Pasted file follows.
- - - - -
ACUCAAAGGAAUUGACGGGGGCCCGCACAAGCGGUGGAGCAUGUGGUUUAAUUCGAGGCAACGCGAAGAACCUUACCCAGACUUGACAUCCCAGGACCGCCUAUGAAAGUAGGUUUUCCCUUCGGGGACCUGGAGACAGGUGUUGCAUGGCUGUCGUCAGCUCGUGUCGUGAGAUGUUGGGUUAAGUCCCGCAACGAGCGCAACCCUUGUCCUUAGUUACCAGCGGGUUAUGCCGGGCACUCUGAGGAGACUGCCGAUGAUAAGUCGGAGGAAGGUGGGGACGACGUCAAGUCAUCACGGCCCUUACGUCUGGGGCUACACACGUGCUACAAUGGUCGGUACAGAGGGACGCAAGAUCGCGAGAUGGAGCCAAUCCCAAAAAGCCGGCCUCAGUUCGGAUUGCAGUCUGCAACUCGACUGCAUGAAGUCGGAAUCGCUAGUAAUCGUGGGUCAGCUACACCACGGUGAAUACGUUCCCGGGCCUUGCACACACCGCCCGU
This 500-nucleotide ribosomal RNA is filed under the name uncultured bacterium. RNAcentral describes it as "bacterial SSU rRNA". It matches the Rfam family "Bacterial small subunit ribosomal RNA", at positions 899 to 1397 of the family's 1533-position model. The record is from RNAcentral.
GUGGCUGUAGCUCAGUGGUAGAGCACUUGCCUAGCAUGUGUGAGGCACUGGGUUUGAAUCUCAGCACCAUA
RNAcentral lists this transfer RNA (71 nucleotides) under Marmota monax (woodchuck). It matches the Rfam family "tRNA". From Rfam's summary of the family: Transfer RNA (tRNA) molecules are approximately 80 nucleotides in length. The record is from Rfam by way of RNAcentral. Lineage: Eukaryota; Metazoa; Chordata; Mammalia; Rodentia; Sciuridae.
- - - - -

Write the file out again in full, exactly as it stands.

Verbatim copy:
ACUCAAAGGAAUUGACGGGGGCCCGCACAAGCGGUGGAGCAUGUGGUUUAAUUCGAGGCAACGCGAAGAACCUUACCCAGACUUGACAUCCCAGGACCGCCUAUGAAAGUAGGUUUUCCCUUCGGGGACCUGGAGACAGGUGUUGCAUGGCUGUCGUCAGCUCGUGUCGUGAGAUGUUGGGUUAAGUCCCGCAACGAGCGCAACCCUUGUCCUUAGUUACCAGCGGGUUAUGCCGGGCACUCUGAGGAGACUGCCGAUGAUAAGUCGGAGGAAGGUGGGGACGACGUCAAGUCAUCACGGCCCUUACGUCUGGGGCUACACACGUGCUACAAUGGUCGGUACAGAGGGACGCAAGAUCGCGAGAUGGAGCCAAUCCCAAAAAGCCGGCCUCAGUUCGGAUUGCAGUCUGCAACUCGACUGCAUGAAGUCGGAAUCGCUAGUAAUCGUGGGUCAGCUACACCACGGUGAAUACGUUCCCGGGCCUUGCACACACCGCCCGU
This 500-nucleotide ribosomal RNA is filed under the name uncultured bacterium. RNAcentral describes it as "bacterial SSU rRNA". It matches the Rfam family "Bacterial small subunit ribosomal RNA", at positions 899 to 1397 of the family's 1533-position model. The record is from RNAcentral.
GUGGCUGUAGCUCAGUGGUAGAGCACUUGCCUAGCAUGUGUGAGGCACUGGGUUUGAAUCUCAGCACCAUA
RNAcentral lists this transfer RNA (71 nucleotides) under Marmota monax (woodchuck). It matches the Rfam family "tRNA". From Rfam's summary of the family: Transfer RNA (tRNA) molecules are approximately 80 nucleotides in length. The record is from Rfam by way of RNAcentral. Lineage: Eukaryota; Metazoa; Chordata; Mammalia; Rodentia; Sciuridae.